Dame Hardcull was the wife of a Partannese Robber Baron. Admittedly the baron was from North-Central Partann rather than the south, so his robbery consisted more of imposing heavy tolls and taxes on those crossing his domain, rather than just killing people and going through their pockets. Indeed he was teetering on the edge of respectability, and some years later his son actually achieved it. Admittedly he achieved it partially by locking his father away in a lunatic asylum rather than merely assassinating him when he got fed up of waiting for the old man to die naturally, but we have to accept that it is a step forward.

Dame Hardcull, in the interests of respectability, had spent the summer season in Port Naain. She had taken a house and entertained her new friends and acquaintances as well as being invited to all the important events. She brought some of her own people from Partann and hired in a few local staff to provide the necessary airs and graces.

Dolmor wasn’t the sort of person to be invited to the sorts of parties Dame Hardcull threw. He came into contact with her because he was the one who took on the task of purchasing provisions of a suitable quality, plus engaging suitable artists and performers. It was as he did this that he met Talmeia.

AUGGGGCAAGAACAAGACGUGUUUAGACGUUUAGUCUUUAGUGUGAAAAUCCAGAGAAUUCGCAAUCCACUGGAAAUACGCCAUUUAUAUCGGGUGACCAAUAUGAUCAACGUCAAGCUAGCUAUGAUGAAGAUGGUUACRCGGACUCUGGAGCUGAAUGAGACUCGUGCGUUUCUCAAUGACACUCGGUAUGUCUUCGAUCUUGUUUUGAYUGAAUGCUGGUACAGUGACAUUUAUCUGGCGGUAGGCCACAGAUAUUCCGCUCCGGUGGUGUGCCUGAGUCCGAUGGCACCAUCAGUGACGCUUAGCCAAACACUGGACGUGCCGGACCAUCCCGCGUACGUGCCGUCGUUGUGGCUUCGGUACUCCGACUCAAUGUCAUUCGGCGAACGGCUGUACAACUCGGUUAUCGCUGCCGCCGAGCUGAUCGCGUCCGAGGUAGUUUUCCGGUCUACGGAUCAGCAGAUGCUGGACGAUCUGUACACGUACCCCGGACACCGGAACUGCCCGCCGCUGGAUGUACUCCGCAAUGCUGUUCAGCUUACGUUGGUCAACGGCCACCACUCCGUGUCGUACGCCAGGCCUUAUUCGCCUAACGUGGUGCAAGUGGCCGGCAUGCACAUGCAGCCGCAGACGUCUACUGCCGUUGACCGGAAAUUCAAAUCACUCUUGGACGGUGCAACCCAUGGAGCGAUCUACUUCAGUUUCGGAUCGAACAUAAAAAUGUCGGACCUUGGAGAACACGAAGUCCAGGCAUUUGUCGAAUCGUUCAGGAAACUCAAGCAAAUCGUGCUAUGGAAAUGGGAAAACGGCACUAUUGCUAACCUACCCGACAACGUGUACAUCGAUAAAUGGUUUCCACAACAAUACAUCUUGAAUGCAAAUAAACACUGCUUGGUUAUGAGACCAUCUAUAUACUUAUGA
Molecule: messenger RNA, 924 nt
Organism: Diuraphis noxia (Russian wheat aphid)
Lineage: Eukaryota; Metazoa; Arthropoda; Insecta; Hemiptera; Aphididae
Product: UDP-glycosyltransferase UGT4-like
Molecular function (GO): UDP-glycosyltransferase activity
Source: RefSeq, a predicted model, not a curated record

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Iain Kelly

The Wizard’s Inn had never appeared in the ‘Top 50 Pubs of Norfolk’ published annually by the Norwich Gazette. It had never featured in the local tourist guide or any Good Food guide. The ale was bitter, the atmosphere musty, the decor dated.

Yet despite this it served a loyal band of regulars day in, evening out. Regulars who travelled from all over the world to take advantage of the solitude offered in its dark corners and quiet simplicity. Most didn’t even have to order from Larry, the proprietor, who worked behind the bar every night. He knew them all well, and they all wanted more or less the same thing – a pint, a pie and some peace.

The men would enter, place their pointed hats on the hat stand, hang their cloaks by the door and find a suitable seat. Most sat alone, although the odd group of…